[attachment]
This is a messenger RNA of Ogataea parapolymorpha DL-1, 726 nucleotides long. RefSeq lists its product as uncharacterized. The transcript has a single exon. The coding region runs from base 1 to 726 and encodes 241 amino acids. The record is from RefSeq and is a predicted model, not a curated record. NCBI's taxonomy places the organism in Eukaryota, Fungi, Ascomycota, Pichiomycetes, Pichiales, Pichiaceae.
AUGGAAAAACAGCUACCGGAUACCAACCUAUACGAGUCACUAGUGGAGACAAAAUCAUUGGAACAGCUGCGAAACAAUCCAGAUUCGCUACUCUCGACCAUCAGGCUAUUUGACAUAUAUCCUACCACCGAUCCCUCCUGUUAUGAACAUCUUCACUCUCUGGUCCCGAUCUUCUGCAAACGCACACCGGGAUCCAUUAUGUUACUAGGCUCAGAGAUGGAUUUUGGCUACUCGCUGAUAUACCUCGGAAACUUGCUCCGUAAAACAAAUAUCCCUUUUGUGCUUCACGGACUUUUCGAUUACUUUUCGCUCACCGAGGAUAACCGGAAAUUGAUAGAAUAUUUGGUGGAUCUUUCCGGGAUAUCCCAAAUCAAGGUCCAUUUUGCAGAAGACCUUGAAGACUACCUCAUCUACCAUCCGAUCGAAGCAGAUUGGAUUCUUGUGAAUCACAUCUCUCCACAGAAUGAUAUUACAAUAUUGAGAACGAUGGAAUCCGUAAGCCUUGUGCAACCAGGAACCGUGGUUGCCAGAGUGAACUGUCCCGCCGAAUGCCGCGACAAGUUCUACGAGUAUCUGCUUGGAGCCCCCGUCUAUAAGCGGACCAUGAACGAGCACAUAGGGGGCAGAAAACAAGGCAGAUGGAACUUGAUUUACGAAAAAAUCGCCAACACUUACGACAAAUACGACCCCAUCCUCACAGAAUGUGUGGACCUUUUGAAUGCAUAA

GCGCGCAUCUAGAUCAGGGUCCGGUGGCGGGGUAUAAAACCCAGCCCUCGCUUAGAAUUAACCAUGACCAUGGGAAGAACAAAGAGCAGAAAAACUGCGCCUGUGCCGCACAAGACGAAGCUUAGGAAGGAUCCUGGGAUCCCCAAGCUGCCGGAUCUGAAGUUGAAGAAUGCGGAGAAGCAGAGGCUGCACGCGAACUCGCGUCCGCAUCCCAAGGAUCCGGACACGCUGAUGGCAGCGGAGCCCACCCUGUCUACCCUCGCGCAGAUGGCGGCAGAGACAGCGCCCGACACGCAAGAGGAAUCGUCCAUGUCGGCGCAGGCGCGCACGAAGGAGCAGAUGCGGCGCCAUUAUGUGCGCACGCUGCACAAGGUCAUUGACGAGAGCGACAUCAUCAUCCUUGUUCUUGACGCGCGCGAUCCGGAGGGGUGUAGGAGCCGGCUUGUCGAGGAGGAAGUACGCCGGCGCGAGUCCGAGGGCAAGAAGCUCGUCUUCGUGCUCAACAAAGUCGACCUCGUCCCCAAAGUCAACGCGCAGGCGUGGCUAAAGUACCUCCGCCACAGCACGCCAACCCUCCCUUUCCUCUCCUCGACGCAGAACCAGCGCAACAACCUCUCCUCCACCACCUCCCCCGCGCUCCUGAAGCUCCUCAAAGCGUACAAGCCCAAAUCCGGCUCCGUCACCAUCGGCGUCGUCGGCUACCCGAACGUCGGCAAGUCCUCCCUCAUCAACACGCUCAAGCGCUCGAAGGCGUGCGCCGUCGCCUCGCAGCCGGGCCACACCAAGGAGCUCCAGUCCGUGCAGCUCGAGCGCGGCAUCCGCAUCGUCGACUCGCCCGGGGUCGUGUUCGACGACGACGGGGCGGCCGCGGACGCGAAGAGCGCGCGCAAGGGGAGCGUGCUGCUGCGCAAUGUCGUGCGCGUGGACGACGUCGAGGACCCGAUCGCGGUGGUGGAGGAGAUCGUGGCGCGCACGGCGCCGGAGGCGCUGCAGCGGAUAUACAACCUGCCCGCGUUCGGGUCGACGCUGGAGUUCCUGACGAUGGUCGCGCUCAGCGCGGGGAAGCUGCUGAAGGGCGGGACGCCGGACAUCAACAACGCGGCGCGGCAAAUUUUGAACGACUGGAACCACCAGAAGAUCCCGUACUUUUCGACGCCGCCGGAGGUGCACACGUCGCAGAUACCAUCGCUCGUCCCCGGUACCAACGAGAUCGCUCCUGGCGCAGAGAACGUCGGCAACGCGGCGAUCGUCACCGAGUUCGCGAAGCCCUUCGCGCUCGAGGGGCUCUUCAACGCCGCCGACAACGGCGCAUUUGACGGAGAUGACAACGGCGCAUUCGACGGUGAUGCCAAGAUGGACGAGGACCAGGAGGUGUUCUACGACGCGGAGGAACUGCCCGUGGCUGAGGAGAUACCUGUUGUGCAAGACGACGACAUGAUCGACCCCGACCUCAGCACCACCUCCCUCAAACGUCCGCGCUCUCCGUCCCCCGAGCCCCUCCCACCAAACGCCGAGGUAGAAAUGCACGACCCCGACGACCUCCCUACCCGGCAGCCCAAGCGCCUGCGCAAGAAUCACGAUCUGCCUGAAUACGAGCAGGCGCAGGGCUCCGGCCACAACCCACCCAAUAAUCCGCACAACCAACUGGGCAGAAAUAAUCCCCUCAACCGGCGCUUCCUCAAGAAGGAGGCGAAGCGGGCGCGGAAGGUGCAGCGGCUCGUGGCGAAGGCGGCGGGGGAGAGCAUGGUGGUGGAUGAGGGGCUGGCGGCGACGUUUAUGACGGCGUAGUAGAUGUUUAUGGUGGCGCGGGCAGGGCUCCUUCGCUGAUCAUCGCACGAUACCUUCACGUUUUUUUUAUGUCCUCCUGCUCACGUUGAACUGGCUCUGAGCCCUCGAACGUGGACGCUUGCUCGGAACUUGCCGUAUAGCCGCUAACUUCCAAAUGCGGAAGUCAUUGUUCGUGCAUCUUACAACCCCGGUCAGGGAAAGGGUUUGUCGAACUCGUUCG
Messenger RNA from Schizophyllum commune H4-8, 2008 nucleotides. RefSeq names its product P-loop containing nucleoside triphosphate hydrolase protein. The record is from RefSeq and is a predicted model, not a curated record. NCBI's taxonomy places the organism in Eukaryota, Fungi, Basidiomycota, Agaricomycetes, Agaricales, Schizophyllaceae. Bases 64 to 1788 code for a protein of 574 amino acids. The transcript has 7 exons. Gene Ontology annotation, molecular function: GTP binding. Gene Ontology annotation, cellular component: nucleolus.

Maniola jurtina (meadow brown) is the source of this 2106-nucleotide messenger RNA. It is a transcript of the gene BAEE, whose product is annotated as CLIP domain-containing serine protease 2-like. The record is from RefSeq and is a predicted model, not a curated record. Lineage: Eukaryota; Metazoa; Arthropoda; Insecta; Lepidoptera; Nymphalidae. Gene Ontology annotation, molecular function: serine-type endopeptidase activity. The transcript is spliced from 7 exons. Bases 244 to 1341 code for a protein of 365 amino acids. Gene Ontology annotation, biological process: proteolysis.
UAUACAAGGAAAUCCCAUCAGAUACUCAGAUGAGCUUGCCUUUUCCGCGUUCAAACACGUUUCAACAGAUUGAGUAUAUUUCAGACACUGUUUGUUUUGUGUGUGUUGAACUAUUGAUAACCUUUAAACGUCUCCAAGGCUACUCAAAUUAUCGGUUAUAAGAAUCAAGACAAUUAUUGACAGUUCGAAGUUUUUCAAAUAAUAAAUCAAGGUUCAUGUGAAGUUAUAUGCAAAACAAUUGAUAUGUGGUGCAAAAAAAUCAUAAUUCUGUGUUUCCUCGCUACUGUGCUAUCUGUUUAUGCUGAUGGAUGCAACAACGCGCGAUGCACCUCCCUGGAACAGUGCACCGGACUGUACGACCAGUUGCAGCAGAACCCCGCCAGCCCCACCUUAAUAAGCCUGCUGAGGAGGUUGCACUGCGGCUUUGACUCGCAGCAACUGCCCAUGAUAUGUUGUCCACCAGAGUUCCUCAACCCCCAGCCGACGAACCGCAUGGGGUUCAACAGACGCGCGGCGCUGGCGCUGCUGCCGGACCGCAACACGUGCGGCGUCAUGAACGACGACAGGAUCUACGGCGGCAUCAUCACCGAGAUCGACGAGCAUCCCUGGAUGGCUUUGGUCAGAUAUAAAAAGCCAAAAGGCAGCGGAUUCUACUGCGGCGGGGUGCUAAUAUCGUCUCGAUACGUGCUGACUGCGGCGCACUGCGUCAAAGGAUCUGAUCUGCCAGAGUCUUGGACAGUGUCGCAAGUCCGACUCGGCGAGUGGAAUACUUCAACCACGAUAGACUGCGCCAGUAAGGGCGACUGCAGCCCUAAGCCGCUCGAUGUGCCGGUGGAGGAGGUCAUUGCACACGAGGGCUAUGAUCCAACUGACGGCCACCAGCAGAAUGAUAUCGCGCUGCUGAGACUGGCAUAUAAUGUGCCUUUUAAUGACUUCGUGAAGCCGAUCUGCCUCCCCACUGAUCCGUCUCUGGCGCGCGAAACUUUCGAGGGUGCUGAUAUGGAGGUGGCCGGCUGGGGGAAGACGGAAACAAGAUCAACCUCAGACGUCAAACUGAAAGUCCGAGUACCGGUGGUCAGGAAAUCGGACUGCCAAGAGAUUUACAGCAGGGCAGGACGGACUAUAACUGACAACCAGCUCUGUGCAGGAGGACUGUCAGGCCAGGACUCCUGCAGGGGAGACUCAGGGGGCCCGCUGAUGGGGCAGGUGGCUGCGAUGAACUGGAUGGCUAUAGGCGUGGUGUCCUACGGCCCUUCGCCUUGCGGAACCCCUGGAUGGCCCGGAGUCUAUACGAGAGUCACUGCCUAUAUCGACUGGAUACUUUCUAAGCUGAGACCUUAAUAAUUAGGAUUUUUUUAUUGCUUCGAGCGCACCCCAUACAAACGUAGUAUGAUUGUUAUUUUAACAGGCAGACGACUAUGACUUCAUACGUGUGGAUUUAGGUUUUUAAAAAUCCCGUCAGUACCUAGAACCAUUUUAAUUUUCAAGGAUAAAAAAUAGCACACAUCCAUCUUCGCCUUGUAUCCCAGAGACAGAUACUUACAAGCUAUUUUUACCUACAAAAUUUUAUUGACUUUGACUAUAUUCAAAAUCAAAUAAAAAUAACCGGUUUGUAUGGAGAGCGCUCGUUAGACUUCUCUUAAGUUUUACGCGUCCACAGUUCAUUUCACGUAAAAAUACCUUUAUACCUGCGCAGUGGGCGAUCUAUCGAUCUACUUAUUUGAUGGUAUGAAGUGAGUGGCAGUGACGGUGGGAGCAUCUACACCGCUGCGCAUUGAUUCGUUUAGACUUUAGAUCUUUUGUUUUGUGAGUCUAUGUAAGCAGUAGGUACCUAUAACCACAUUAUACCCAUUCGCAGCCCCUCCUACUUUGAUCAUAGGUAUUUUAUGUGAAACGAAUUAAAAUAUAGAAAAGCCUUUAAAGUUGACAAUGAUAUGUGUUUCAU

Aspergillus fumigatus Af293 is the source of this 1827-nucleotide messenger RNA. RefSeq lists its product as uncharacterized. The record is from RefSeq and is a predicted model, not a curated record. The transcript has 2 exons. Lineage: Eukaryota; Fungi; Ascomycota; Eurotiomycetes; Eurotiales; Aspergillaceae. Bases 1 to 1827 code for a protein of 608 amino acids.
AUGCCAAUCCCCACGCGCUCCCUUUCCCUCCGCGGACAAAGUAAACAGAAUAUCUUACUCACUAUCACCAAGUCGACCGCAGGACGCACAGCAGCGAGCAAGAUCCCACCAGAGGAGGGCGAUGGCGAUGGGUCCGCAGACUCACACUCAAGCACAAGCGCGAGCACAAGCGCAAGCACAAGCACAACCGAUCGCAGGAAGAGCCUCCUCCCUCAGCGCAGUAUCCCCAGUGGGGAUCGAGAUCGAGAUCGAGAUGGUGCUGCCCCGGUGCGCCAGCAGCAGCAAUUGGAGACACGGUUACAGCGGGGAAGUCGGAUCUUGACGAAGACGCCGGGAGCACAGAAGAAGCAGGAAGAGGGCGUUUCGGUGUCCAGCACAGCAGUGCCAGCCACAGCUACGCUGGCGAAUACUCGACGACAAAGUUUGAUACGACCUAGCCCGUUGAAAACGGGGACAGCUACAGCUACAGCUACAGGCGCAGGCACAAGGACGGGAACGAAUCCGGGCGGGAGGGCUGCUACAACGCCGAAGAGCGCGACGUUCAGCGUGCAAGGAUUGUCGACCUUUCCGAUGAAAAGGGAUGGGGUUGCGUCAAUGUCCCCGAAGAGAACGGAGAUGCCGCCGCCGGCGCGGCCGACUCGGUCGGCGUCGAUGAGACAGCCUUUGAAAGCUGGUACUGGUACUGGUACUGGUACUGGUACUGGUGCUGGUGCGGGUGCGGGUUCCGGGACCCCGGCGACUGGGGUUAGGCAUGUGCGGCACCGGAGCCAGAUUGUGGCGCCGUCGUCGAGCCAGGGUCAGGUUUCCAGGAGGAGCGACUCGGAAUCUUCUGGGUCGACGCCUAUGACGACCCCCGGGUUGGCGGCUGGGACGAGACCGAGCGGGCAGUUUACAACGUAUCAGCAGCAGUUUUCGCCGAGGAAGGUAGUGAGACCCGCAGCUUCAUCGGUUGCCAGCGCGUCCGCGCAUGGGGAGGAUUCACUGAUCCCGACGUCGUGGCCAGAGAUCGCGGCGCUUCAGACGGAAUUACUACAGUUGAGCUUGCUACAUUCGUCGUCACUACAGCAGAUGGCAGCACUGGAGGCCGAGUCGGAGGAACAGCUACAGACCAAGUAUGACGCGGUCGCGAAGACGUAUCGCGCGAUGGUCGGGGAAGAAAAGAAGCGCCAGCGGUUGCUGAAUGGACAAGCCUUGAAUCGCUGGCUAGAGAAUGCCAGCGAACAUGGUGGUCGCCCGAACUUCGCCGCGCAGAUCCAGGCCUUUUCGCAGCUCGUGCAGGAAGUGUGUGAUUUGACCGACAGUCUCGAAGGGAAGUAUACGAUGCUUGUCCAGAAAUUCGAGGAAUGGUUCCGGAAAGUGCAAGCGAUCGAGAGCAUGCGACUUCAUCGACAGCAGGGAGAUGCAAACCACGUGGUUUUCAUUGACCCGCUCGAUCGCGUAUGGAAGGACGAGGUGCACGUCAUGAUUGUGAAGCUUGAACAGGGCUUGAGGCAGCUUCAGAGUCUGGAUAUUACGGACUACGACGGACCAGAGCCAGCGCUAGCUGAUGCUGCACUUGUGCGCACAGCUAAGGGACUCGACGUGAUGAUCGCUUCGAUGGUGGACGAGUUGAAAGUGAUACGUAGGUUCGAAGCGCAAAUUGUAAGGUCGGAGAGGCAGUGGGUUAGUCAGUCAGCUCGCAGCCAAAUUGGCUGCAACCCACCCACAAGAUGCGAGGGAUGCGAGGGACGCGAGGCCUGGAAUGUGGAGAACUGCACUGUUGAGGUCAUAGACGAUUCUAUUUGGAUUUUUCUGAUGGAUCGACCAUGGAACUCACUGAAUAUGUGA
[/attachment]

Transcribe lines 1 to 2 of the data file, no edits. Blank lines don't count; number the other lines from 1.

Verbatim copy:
This is a messenger RNA of Ogataea parapolymorpha DL-1, 726 nucleotides long. RefSeq lists its product as uncharacterized. The transcript has a single exon. The coding region runs from base 1 to 726 and encodes 241 amino acids. The record is from RefSeq and is a predicted model, not a curated record. NCBI's taxonomy places the organism in Eukaryota, Fungi, Ascomycota, Pichiomycetes, Pichiales, Pichiaceae.
AUGGAAAAACAGCUACCGGAUACCAACCUAUACGAGUCACUAGUGGAGACAAAAUCAUUGGAACAGCUGCGAAACAAUCCAGAUUCGCUACUCUCGACCAUCAGGCUAUUUGACAUAUAUCCUACCACCGAUCCCUCCUGUUAUGAACAUCUUCACUCUCUGGUCCCGAUCUUCUGCAAACGCACACCGGGAUCCAUUAUGUUACUAGGCUCAGAGAUGGAUUUUGGCUACUCGCUGAUAUACCUCGGAAACUUGCUCCGUAAAACAAAUAUCCCUUUUGUGCUUCACGGACUUUUCGAUUACUUUUCGCUCACCGAGGAUAACCGGAAAUUGAUAGAAUAUUUGGUGGAUCUUUCCGGGAUAUCCCAAAUCAAGGUCCAUUUUGCAGAAGACCUUGAAGACUACCUCAUCUACCAUCCGAUCGAAGCAGAUUGGAUUCUUGUGAAUCACAUCUCUCCACAGAAUGAUAUUACAAUAUUGAGAACGAUGGAAUCCGUAAGCCUUGUGCAACCAGGAACCGUGGUUGCCAGAGUGAACUGUCCCGCCGAAUGCCGCGACAAGUUCUACGAGUAUCUGCUUGGAGCCCCCGUCUAUAAGCGGACCAUGAACGAGCACAUAGGGGGCAGAAAACAAGGCAGAUGGAACUUGAUUUACGAAAAAAUCGCCAACACUUACGACAAAUACGACCCCAUCCUCACAGAAUGUGUGGACCUUUUGAAUGCAUAA